6. Super

Now streaming on Hulu

James Gunn’s Guardians of the Galaxy Vol. 2 comes rocketing into theaters in May, so why not take a gander at his first adventure in directing superhero cinema? Gunn’s 2010 Super is a galaxy removed from GOTG’s brightly colored pop; it’s a nasty, nihilistic, ultraviolent comedy that’s like a cross between Taxi Driver and Deadpool. Short order cook Frank (Rainn WIlson) sinks into a deep depression after his wife (Liv Tyler) leaves him for a drug dealer (Kevin Bacon) who gets her hooked on his product. What’s a guy to do but don an unconvincing superhero costume and start cleaning up his city? As the Crimson Bolt, Frank takes a violent stand against pretty much anyone he deems to be unjust, be it child molestors or people who rudely cut in front of him in line at the movies. Along the way he picks up a sidekick, played deliriously by a remarkably vulgar Ellen Page. Super is both darkly comedic and devastatingly bleak, and it’s fascinating to watch and realize Gunn went from this gritty indie to Marvel blockbusters.

For fans of: The Toxic Avenger, God Bless America, Slither, moral ambiguity.

7. Casting JonBenet

Streaming on Netflix 4/28

Who killed six-year-old JonBenet Ramsey in 1996? We may never know, but there are plenty of theories, some plausible, some unlikely. Kitty Green’s haunting documentary Casting JonBenet isn’t so much interested in solving the case as it is examining the way people come to their own conclusions about mysterious crimes. Green assembles a cast of actors and has them audition to play the real people involved with the case – JonBenet’s parents Patsy and John Ramsey, JonBenet’s brother, the chief of police in charge of the case, and various suspects. The result is a revealing, unsettling film that peels back the lurid tabloid headlines and tries to reveal the human beings underneath.

For fans of: The Jinx, Kate Plays Christine, uncomfortable confessions.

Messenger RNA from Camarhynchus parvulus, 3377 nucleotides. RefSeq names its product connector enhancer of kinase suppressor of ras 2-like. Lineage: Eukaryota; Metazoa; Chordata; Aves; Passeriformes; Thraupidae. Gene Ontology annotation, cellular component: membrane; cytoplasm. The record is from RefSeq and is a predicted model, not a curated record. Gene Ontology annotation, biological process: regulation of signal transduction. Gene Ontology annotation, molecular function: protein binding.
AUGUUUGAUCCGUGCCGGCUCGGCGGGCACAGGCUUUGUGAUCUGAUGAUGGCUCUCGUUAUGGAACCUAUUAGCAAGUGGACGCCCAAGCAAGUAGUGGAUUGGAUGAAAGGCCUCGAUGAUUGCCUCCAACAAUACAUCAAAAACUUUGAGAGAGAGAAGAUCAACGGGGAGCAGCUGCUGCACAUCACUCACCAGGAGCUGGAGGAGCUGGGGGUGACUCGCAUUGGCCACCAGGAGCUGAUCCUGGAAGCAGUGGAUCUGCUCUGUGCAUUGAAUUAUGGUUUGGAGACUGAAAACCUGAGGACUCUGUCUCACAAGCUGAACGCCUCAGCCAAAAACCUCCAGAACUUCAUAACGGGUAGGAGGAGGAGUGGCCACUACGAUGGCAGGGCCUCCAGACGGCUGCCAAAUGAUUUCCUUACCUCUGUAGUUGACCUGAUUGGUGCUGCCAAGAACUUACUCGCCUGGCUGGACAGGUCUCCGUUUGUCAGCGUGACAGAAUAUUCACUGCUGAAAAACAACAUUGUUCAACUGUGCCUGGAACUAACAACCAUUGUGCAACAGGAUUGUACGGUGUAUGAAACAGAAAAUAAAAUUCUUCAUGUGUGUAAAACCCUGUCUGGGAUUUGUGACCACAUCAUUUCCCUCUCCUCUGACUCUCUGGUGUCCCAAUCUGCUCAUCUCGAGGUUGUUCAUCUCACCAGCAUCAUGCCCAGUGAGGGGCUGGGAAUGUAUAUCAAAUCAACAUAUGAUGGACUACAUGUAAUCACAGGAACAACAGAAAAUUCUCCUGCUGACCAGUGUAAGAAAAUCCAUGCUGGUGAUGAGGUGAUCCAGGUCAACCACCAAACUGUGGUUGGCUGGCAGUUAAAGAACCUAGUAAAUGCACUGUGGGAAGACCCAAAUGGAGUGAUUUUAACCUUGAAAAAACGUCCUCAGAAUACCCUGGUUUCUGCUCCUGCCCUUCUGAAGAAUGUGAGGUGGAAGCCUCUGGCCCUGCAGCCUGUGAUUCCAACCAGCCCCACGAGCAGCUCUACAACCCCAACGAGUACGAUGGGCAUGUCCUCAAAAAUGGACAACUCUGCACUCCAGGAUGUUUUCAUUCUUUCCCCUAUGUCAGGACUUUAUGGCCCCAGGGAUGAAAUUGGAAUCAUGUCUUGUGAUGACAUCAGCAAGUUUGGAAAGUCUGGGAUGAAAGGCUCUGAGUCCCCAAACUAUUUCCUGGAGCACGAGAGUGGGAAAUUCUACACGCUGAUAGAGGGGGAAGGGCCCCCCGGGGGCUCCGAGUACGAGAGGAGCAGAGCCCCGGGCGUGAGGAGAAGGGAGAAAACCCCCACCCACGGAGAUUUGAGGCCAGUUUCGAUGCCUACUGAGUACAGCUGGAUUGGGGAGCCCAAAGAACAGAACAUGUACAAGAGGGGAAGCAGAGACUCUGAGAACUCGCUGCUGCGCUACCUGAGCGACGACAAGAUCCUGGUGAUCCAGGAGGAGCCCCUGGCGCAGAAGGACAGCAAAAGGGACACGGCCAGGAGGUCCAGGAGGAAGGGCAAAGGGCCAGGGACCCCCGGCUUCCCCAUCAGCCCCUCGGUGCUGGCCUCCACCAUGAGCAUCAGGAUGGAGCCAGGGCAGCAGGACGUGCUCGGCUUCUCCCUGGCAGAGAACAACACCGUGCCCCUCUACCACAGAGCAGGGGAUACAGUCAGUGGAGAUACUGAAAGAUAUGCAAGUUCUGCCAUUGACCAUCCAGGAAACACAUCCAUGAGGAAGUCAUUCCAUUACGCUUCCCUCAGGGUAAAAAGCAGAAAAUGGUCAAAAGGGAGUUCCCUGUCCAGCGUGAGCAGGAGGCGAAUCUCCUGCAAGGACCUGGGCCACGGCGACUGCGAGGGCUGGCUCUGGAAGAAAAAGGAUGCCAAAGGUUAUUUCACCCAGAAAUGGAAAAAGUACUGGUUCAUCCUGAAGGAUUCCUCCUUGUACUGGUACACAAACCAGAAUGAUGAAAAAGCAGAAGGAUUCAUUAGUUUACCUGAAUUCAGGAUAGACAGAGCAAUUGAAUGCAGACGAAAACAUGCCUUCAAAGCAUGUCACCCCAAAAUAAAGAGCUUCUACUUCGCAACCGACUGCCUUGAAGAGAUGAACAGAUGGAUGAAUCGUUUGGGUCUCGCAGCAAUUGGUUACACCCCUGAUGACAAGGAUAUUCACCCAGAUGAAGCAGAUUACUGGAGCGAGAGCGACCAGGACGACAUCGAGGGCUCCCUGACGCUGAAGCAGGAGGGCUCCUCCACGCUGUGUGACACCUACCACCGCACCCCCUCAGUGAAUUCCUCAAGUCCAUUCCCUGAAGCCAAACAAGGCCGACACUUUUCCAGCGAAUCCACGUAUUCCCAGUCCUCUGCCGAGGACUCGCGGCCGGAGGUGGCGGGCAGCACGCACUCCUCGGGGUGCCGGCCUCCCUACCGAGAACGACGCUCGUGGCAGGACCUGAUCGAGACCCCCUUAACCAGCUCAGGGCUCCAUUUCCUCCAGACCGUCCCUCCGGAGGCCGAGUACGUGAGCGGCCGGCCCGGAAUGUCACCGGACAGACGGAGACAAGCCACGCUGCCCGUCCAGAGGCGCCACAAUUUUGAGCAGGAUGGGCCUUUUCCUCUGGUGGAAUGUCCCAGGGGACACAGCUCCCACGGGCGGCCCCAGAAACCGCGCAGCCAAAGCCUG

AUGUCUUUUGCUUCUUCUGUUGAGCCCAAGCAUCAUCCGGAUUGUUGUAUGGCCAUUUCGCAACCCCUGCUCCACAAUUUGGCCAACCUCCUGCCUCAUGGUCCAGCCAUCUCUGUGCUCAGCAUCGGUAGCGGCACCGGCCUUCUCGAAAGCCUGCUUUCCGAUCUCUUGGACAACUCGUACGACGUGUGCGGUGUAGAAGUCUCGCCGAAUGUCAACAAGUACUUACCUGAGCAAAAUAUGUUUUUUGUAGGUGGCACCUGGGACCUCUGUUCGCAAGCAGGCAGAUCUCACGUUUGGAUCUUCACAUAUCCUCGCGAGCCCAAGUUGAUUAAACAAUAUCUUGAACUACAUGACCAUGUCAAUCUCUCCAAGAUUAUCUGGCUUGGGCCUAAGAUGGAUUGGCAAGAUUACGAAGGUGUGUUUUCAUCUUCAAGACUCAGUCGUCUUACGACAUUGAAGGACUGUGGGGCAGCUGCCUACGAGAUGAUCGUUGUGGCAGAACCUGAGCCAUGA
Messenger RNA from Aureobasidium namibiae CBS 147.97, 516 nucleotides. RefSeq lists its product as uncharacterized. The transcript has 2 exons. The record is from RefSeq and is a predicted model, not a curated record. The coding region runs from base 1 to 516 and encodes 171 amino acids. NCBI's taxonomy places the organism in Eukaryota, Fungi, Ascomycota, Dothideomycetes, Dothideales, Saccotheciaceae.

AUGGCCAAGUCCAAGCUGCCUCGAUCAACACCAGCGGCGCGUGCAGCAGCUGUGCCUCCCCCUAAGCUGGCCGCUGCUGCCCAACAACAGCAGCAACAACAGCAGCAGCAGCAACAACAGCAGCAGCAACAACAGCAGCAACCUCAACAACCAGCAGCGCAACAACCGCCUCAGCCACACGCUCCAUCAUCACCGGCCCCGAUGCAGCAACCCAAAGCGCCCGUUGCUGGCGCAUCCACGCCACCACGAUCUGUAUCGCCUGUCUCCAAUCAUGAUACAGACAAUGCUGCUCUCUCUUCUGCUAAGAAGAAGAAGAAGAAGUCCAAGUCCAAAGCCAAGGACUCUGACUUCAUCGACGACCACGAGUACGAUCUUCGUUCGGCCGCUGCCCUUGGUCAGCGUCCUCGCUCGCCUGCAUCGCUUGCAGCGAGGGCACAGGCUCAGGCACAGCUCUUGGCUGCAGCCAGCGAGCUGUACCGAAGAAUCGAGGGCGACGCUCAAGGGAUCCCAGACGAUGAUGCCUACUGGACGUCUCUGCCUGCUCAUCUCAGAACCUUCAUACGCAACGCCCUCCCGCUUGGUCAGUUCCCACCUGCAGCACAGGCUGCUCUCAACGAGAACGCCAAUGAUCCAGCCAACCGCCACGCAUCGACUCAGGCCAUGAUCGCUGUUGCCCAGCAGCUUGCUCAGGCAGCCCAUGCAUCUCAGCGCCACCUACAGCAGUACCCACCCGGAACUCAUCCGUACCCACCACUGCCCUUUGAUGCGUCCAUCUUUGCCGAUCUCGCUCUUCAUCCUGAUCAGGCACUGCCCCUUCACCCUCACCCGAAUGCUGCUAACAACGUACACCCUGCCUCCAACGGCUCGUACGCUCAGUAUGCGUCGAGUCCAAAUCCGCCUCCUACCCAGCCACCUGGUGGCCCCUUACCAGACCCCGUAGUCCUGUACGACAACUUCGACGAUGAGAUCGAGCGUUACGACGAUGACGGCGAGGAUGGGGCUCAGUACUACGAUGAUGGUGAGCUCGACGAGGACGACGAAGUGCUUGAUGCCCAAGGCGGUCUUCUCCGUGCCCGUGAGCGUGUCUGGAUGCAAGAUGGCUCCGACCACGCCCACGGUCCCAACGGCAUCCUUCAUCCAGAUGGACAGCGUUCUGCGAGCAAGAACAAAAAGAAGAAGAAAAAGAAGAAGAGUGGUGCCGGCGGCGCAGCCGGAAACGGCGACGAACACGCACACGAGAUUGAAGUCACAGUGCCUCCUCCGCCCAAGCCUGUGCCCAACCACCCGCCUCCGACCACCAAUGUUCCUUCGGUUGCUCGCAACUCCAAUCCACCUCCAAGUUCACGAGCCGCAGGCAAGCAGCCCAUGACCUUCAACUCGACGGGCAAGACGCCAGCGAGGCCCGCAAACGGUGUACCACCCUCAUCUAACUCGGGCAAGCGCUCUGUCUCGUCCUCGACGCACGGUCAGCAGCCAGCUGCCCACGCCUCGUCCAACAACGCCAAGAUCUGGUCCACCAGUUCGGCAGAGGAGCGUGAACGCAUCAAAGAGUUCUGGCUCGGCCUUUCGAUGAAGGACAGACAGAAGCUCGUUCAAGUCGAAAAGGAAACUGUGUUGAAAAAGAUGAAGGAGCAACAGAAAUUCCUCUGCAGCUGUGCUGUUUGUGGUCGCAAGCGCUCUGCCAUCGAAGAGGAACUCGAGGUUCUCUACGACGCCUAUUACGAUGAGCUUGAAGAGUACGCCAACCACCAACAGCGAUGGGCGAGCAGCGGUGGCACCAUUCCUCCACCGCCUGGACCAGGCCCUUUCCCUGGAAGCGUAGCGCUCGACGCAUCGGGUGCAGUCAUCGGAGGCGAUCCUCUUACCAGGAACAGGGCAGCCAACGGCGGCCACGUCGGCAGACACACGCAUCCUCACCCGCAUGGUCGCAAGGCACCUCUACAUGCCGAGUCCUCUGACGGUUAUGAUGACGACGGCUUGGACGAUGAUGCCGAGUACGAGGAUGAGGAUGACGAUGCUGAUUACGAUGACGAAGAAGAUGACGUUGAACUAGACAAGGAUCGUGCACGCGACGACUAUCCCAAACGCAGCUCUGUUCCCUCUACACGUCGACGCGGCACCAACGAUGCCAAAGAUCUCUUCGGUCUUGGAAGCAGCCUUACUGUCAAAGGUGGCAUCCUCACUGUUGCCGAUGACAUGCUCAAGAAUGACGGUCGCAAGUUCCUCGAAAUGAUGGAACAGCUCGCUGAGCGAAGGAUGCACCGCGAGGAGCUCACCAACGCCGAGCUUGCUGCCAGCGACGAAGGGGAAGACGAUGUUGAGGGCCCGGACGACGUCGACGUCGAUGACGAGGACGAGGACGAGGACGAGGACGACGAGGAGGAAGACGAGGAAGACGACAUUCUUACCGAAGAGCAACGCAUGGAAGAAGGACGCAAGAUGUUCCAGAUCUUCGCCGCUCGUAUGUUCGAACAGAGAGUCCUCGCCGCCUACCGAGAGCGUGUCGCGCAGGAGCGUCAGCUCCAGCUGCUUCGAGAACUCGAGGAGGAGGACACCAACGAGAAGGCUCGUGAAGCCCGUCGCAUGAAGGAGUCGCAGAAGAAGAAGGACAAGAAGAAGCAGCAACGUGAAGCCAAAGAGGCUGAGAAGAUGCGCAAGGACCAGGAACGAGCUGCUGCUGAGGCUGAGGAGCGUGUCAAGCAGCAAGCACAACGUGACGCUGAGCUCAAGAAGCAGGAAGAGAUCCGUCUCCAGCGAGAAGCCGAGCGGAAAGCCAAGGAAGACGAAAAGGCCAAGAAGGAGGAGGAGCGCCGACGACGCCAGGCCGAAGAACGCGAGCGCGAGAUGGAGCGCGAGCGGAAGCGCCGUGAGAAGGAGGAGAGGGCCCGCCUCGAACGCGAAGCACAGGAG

8. Antichrist

Now streaming on FilmStruck

Imagine an art house remake of The Evil Dead and you wouldn’t be too far-off from Lars von Trier’s utterly deranged Antichrist. Willem Dafoe and Charlotte Gainsbourg play a couple grieving the death of their young son. When Gainsbourg’s grief reaches crippling levels, the pair retreat to a cabin in the woods. Obviously these two aren’t familiar with the cinematic fact that cabins in the woods are breeding grounds for terror; it doesn’t take long before strange visions, nasty violence and talking animals start ruining the couple’s getaway. Antichrist is not for the squeamish, but those who can stomach it’s particular breed of unpleasantness will witness something stunning.

For fans of: The Evil Dead, Melancholia, chaos reigning.

9. The Place Beyond the Pines

Streaming on Netflix 5/16

One thing you should know about Derek Cianfrance’s The Place Beyond the Pines: it’s not the movie you think it is. Trailers and marketing ahead of the film’s 2012 release sold it as a crime thriller. Instead, this is a somber meditation on the legacies certain people pass on and the wreckage they leave in their wake. The first half of the film introduces us to a motorcycle stunt driver (Ryan Gosling) who takes to robbing banks in order to support his family, and a rookie cop (Bradley Cooper) who crosses his path. The second half of the film focuses on the teenage sons of these two men, played by Dane DeHaan and Emory Cohen. The less said the better, as part of the film’s power lies in how it subverts expectations. Cianfrance, who also directed Gosling in Blue Valentine, handles multiple complex narratives that other filmmakers would find daunting.

For fans of: Killing Them Softly, Only God Forgives, Heat, Ben Mendelsohn uttering cool lines like “If you ride like lightning, you’re going to crash like thunder.”    

10. I Am A Ghost

Now streaming on Shudder

I Am a Ghost is the rare ghost story that’s told from the perspective of the one haunting the house, rather than those being haunted. Anna Ishida is Emily, a woman from a seemingly Victorian time stuck in a loop. She keeps reliving the same random events every day, and she also finds herself communicating with a medium she cannot see, named Sylvia. Emily died in the house she haunts, and Sylvia is trying to get her to move on – but it’s not quite working, and neither woman can figure out why. This is a simple, slow-burn horror movie that does a lot with very little. Director H.P. Mendoza employes several tricks to keep the mostly quiet movie engaging – the film itself is presented in a frame reminiscent of an old photograph, with rounded edges and split-screens and washed-out colors help with atmosphere. At a quick 76 minutes, I Am a Ghost doesn’t overstay its welcome, using every second of its brief runtime to give you the creeps.

For fans of: The House of the Devil, The Others, things that go bump in the night.

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